On the left is a detail of the color painting; in the center is the color version converted to grayscale; and on the right is the actual black and white work. The composition in color is more painterly with a nuanced palette and brushstrokes. Reproduced in black and white though, it becomes muddy, and the details are difficult to see. Where the reproduction fails, the painting on the right succeeds; it has a refined illustrative quality with crisper lines and higher contrasts.

The obvious and purposeful difference between the way Wright painted the two versions reinforces the idea that the en grisaille works were intended for reproduction. To-date NSLM’s compositions have not been found reproduced, but they tell stories in their own right. Two are the same size and bear inscriptions on the bottom left corner, “In at the Death” and “The Kennels.”

George Wright (English, 1860-1942), In at the Death, oil on canvas, en grisaille, 18 x 27 inches, Gift of Mrs. Felicia Warburg Rogan, 2008

In the first, the huntsman presents the brush (fox’s tail) to the lady wearing a bowler hat and riding aside. The recipient of the trophy was chosen by the Master of Foxhounds to reward participants who were skilled riders and kept at the head of the hunt field. The tradition of presenting the fox mask and brush has today become censured, but it is worthy to note that it was done with a sense of deference to the fox.

“Poor Reynard [“reynard” is French for “fox”], his day is done! No more wild raids on the sleeping countryside; no more slaughter in hen house or rabbit warren…Off from your horse, Mr. Huntsman, for the trophies of so gallant a beast are worth the saving,” wrote B. Fletcher Robinson in Sporting Pictures to describe a painting titled Killed in the Quarry by George Wright. (This 1902 folio sized art book held in the NSLM’s F. Ambrose Clark Rare Book Room was published in celebration of English country sports with works “reproduced in colour by the newest and most perfect process of chromo-lithography.”)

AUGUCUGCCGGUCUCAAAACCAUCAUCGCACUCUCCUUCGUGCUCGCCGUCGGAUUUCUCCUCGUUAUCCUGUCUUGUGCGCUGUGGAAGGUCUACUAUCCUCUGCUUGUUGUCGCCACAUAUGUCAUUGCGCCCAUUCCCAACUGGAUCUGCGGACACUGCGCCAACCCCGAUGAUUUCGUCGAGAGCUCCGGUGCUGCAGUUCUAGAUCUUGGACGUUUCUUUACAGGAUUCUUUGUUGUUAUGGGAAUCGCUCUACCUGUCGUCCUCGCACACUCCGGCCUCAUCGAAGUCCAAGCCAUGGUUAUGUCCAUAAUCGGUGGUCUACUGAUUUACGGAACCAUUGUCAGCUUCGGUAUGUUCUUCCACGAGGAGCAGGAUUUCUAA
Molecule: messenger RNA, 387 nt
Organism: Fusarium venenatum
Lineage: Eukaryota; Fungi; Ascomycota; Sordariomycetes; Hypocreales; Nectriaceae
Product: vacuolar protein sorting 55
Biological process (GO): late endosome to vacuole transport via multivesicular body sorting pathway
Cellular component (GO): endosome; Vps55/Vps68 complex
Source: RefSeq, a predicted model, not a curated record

George Wright (English, 1860-1942), At the Kennels, oil on canvas, en grisaille, 18 x 27 inches, Gift of Mrs. Felicia Warburg Rogan, 2008

The second en grisaille painting in the NSLM’s pair, “At The Kennels,shows the hounds obediently following the huntsman to the kennel gate, as the Master looks on and a groom has charge of the horses. The likeness of the huntsman is similar to the one depicted in The Treed Fox discussed earlier and two other en grisaille works in NSLM’s holdings. These all show instances in which the fox is just out of reach of the hound pack.

George Wright (English, 1860-1942), Out of Reach, A Fox at Bay on a High Wall, c. 1884, oil on canvas, en grisaille, 16 x 24 inches, Gift of Mrs. Felicia Warburg Rogan, 2008
George Wright (English, 1860-1942), Closing In, c. 1884, oil on canvas, en grisaille, 16 x 24 inches, Gift of Mrs. Felicia Warburg Rogan, 2008

Wright is believed to have hunted with the Surrey and Old Burstow, and it is quite evident from his works that he had an intimate understanding of foxhunting and its human, equine, and canine participants. Whether or not he intended for the figures to be likenesses of recognizable individuals is unknown. He included them in other hunt scenes over time. The allure of George Wright’s en grisaille compositions evoke nostalgia for a bygone era and a sport that at the same time remains universal and timeless for those who still participate in it today.


pfeifferClaudia Pfeiffer has been the George L. Ohrstrom, Jr. Curator of Art at the National Sporting Library & Museum since the position was underwritten by the George L. Ohrstrom, Jr. Foundation in 2012. Her primary focus is the research, design, interpretation, writing, and installation of exhibitions. E-mail Claudia at cpfeiffer@nationalsporting.org